Speaking to reporters on a conference call, Schumer said McConnell never consulted him about returning next week and said he will review the GOP leader’s safety plans “very carefully” to make sure all senators and “workers are protected in every way.” His comment came in response to a question pointing to a highly diverse workforce in Washington, DC – nearly 50% African American – many of whom work at the US Capitol in service jobs.
“We are going to scrutinize Leader McConnell’s plan very carefully to see if it does provide the needed protections for the staff and the workers who are here,” he said.
Schumer also reiterated Democrats’ call for prioritizing oversight hearings on the administration handling of the coronavirus pandemic, which has left the country without widespread Covid-19 testing months into the crisis.
For her part, House Speaker Nancy Pelosi said Thursday that the House’s current plan is to return the week after next to advance another coronavirus relief package.
“We’re not coming back next week,” Pelosi said during her weekly press conference. “Our plan is to come back the following week.”
But she also said the House is “at the mercy of the virus” and the schedule will depend on guidance from the Capitol attending physician and the sergeant at arms.
Ahead of the Senate’s return next week, former Treasury Secretary Hank Paulson talked to GOP senators during Thursday’s private GOP conference call about the current economic crisis and compared it to the 2008 financial crisis. During the call, Paulson made the case for an aggressive Washington intervention into the economy – even as many Republicans are eager to hit pause after nearly $3 trillion has been spent this spring alone.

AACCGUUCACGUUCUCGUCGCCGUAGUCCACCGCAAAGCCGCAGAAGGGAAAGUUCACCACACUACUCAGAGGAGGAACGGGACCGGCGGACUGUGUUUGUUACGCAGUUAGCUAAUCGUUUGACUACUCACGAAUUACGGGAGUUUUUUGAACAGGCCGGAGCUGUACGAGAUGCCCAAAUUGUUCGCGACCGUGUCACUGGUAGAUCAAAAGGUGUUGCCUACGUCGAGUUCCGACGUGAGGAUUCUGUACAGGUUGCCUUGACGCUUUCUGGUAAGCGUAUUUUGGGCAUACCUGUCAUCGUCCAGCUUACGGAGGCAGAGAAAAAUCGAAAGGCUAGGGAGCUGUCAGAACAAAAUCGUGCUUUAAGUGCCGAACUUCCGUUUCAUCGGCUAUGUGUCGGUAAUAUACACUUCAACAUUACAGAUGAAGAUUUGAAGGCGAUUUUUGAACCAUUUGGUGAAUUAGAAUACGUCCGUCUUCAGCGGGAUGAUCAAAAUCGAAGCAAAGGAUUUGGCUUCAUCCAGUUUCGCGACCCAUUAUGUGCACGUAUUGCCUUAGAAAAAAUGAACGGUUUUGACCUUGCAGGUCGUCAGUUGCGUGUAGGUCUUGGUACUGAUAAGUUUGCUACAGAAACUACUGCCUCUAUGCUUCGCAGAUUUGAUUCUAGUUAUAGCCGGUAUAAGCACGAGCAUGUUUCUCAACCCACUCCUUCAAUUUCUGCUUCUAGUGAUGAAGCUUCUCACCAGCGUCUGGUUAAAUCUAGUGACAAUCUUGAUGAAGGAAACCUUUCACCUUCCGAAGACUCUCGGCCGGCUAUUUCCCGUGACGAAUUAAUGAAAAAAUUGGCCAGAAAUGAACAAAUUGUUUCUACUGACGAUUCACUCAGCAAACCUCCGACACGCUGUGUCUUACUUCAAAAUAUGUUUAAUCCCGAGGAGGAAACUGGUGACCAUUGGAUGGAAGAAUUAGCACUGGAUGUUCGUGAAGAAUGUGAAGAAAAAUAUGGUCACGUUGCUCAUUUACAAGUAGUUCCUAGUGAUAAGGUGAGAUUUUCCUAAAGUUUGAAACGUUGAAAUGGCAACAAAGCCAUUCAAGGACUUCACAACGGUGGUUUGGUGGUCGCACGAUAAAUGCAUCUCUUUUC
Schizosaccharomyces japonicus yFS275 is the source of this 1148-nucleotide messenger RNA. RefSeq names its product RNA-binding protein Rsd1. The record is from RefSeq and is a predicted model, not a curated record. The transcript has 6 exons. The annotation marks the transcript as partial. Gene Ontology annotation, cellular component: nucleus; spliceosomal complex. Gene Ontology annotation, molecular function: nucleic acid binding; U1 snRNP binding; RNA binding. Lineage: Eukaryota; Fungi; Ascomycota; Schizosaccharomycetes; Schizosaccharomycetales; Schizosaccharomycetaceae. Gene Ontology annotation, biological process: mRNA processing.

Republican Sen. Mike Braun of Indiana told CNN that Paulson said that going “too much further into a lockdown” could further cripple the economy. “He said there’s a window of opportunity to get the economy going,” Braun said. “He said at this stage, we could avoid some of the things that happened in 2008-2009.”
Braun said he asked Paulson about the skyrocketing deficit, and Paulson’s message was that “we gotta get through this pickle first” and then deal with the serious structural deficit problems.
In addition to concerns over bringing the Senate back into session, Democrats are also troubled by the expectation the Senate will move soon to confirm a young District Court judge from Kentucky – Justin Walker – to a seat on the powerful US Court of Appeals for the DC circuit, often considered the second most powerful court in the country.
Feinstein, the top Democrat on the Senate Judiciary Committee, wrote this week to Chairman Lindsey Graham, a Republican from South Carolina, urging him to put off confirmation hearings and focus the committee’s attention on battling coronavirus, such as keeping law enforcement and corrections employees safe.
This story has been updated with additional developments Thursday.
CORRECTION: This story has been updated to correctly reflect the health status of US senators who have fought cancer.
CNN’s Haley Byrd, Ali Zaslav and Clare Foran contributed to this report.